We love tech, so why do device shipments keep slipping?
Total gadget shipments will fall 3% in 2016.
Research firm Gartner predicts that total device shipments across PCs, tablets and mobile phones will fall by 3% this year. Having fallen by 0.75% in 2015, it seems we're falling out of love with our gadgets.
The chart below shows Gartner's shipment figures (past and predicted) across all those device categories. Ultramobiles in this table includes tablets, convertibles, Chromebooks and other lower-powered but still somewhat computer-like devices.
Sales will increase slightly by 2018, but it's going to be rough for hardware manufacturers. So what's going on here?
Declines in PC sales aren't a new thing, since much of our computing attention now goes directly to smartphones. The only real prospect for growth is businesses shifting to new hardware to run Windows 10. Although that operating system is already one year old, business upgrade cycles remain much slower.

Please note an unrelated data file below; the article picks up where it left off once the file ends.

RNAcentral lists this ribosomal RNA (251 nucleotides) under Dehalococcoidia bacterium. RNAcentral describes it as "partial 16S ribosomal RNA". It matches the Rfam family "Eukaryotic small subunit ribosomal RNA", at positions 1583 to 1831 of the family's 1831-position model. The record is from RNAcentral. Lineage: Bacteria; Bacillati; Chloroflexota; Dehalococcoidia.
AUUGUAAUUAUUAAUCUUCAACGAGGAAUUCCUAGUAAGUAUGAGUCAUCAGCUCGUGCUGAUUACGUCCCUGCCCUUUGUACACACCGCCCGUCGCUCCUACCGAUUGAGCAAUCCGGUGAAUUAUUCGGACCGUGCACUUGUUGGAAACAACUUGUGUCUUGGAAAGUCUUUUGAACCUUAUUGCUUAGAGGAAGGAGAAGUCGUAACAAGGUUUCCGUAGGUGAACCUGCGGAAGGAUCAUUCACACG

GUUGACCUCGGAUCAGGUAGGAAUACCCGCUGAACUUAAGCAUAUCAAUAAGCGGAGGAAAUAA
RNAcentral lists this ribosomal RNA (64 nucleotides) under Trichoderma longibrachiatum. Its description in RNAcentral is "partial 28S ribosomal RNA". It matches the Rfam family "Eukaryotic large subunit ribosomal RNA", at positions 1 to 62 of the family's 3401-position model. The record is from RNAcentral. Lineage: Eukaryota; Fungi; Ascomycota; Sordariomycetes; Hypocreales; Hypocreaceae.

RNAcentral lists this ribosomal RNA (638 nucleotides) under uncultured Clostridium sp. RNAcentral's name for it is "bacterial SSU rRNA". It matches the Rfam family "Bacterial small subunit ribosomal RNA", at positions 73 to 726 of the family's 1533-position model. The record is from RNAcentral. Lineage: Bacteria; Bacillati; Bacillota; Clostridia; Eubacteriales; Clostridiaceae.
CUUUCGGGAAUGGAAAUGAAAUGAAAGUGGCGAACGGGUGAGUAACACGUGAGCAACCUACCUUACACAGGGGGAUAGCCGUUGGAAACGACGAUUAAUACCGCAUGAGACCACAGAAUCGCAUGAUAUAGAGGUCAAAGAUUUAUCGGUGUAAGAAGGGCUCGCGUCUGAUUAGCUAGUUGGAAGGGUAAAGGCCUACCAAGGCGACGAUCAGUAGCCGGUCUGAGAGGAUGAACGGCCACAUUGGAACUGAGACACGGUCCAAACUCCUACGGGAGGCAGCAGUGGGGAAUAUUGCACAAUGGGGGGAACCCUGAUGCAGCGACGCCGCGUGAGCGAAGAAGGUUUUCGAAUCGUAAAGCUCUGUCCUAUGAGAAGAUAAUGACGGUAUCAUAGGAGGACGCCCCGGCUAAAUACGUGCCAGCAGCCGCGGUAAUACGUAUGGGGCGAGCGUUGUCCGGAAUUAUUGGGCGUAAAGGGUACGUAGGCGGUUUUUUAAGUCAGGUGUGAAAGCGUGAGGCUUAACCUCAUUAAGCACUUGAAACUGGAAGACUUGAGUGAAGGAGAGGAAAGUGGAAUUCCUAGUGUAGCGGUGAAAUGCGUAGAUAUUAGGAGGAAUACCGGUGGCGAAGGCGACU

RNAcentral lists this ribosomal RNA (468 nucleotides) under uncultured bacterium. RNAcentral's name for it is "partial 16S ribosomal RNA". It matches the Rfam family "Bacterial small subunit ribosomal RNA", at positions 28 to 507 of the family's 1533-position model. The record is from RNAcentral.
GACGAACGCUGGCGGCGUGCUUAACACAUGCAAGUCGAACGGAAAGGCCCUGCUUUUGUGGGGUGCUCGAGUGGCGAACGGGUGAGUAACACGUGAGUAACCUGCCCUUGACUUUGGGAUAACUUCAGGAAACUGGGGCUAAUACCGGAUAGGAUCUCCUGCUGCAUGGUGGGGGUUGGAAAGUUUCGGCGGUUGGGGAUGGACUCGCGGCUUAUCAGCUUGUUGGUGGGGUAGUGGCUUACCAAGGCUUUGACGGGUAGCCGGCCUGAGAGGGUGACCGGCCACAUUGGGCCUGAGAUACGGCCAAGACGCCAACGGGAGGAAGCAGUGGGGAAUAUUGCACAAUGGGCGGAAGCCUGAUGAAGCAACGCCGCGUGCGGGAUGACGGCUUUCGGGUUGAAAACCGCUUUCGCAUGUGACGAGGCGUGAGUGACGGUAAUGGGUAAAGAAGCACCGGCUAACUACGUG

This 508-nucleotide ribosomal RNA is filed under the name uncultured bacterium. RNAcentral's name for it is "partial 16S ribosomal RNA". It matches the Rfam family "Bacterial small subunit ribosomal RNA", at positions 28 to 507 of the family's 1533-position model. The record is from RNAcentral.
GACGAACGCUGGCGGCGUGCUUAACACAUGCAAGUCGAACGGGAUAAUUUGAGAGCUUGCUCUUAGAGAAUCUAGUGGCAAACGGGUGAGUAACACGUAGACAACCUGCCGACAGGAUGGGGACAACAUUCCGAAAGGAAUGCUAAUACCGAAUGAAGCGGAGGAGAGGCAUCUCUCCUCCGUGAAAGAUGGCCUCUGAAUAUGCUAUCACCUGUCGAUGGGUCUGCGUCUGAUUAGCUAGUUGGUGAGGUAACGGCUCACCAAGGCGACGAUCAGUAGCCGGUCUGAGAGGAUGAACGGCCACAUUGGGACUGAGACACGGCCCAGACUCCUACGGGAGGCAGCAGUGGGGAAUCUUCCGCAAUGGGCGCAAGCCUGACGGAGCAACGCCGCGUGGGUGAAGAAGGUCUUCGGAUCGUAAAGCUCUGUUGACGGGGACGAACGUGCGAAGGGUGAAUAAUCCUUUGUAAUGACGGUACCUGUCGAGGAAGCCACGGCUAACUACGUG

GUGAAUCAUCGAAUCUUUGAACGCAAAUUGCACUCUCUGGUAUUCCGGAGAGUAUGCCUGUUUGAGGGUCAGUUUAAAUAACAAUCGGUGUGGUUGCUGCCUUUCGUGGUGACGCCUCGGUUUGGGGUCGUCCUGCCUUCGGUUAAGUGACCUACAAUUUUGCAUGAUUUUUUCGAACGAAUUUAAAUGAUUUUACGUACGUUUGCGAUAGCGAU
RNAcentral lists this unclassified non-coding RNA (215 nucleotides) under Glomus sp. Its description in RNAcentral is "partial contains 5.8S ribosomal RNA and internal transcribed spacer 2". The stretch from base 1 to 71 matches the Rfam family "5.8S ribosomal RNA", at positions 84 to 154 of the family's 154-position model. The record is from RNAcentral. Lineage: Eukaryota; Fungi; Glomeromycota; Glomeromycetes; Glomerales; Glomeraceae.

Smartphone sales are suffering from a different phenomenon: we don't feel the urge to upgrade so often. Many of the features in this year's latest phones, such as the Google Pixel and the iPhone 7, have more to do with software than the hardware itself.
Settling for an older phone doesn't always feel like a compromise. Tidying my study over the weekend, I found a dozen smartphones. I get sent a lot of review devices, so I'm hardly typical in terms of volume, but the fact remains that many of them would still be perfectly serviceable if I accidentally flushed my current phone down the toilet. Alas, my older BlackBerry devices no longer fall into that category.
Angus Kidman's Findings column looks at new developments and research that help you save money, make wise decisions and enjoy your life more. It appears Monday through Friday on finder.com.au.
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